Sunday, 11 October 2015

Sizzling Times In Framlingham


Rio has its carnival, Edinburgh its tattoo, Munich its beerfest and Siena its Palio but in Framlingham we can go one better with our annual and unique Sausage Festival. Yesterday's event drew in huge crowds and the town was packed with residents and visitors following the sausage trail from Market Hill up to the castle and down to John Grose. At each of the twelve venues we tasted a sausage before voting on our favourites back at the market. In addition to sausage tasting there were street dance displays, buskers and other street entertainment. My favourite sausages were from our local butcher Hall Farm but they were pipped to the first prize by Mills and Son of Southwold. It was a great event in glorious autumn sunshine.

After a drink at The Station and completing our sausage trail Marion headed back home and I walked up to Baddingham Road to watch The Castlemen play in a local derby against Wickham Market. I missed the first half hour in which Framlingham took a 1-0 lead but enjoyed the rest of the game as Fram went on to increase their lead with a well taken header by Mayhew from a free kick. The match was played in a good atmosphere in front of over a hundred fans and ended up a 2-0 home win.  


After stuffing ourselves with sausages during the day we decided on a lighter evening meal and I made this paella with lobster, prawns and mussels from Darren on the market.

I mentioned on my last blog that I had done a bit of detecting again this week but was waiting for the new iPhone before taking photos. The phone duly arrived yesterday so I had a go at photographing the finds from the two sessions I had.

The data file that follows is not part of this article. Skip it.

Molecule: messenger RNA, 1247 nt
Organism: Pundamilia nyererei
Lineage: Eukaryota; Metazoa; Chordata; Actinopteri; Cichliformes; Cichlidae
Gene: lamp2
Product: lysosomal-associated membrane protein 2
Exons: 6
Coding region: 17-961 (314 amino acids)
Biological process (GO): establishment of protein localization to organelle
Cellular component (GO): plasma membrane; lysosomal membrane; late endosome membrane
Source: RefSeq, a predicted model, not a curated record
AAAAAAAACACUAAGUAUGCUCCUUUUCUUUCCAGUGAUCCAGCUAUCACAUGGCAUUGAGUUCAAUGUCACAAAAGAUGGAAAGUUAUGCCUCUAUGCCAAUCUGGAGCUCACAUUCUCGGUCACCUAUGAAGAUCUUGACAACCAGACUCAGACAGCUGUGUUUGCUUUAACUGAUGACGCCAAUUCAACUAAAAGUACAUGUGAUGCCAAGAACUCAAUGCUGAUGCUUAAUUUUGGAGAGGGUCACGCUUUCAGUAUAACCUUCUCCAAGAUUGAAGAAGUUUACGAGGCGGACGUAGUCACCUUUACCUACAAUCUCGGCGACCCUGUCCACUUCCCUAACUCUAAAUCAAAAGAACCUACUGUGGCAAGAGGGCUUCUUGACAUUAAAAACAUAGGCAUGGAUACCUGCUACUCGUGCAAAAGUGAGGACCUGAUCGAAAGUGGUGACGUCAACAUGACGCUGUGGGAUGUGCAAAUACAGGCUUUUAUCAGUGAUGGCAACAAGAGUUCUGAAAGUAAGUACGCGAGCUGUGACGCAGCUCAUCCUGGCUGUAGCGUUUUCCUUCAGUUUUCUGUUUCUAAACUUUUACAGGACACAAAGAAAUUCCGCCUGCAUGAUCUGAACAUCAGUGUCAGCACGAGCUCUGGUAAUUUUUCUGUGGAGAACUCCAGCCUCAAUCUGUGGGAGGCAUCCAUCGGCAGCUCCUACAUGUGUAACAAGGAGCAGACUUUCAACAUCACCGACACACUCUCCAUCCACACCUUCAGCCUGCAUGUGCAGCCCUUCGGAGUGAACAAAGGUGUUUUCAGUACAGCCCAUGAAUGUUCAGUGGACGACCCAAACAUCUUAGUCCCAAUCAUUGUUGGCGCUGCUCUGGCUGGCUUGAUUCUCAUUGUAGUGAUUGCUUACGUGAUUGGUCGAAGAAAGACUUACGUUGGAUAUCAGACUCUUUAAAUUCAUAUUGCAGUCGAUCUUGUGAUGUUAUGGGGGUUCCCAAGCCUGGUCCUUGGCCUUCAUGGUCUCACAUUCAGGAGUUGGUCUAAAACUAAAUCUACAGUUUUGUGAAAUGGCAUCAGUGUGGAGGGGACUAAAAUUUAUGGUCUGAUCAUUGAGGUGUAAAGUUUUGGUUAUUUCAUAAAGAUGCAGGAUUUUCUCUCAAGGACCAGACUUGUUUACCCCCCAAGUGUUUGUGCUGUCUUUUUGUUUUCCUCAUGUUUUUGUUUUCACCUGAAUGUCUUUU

I've been searching a field that appears to have either been used as tip or has possibly been the site of a wartime aeroplane crash (I haven't found any record of this) as there are areas of the field that are littered with scrap metal. This is the scrap from today's couple of hours.


This is the scrap lead that turned up. I always keep this and promise myself that one day I will take it to the scrap dealers and cash it in. Having been detecting for almost thirty years now there's an awful lot of lead - maybe I'll donate it to a favourite charity.

Despite the scores of scrap signals there were plenty of decent finds too. As these were often in the "scrappy" areas it meant that I couldn't ignore any signals.


This small medieval buckle is rare in that it is complete with both its pin and the strap fitting.


There was the usual selection of musket and pistol balls.


And some more nice, early buckles.



Although these look like scrap they are a bronze vessel fragment and a medieval strap fitting.


This long shanked button probably dates to the 16th century.


I am not sure of this piece but it is possibly a bronze medieval vessel foot.


This is a lead alnage or bag seal from around the 17th century.


I find a lot of pre-decimal coppers but they are not usually in such good condition as this Victorian penny.


Most detectorists love finding hammered coins as they are tiny and difficult to find. I managed to find seven in these two visits but, as you can see, their condition leaves something to be desired. 


This tiny farthing is from the realm of Edward 1 - Edward III. I am not sure which yet but it dates from the 13th to 14th century. 

Reverse

This Elizabeth groat dates towards the end of the 16th century

Elizabeth Half Groat Reverse
A Cut Half Voided Long Cross Penny c 1247-1279

Reverse

As yet unidentified cut half

Reverse

Rose Farthing Charles I

Rose farthing Charles I

Unidentified Silver Penny


A Groat or Half Groat Minted in York (Civitas Eboraci)
Obverse Possibly Edward III


This looked to be just another lead weight or disc until I turned it over.


It turned out to be a medieval personal seal matrix.


Here's an impression of the seal. My interpretation of its legend is ROGER DE GRAVE. I was delighted to find this as it is the first I've found in years of searching. Now I need to see if I can find out who Roger De Grave was.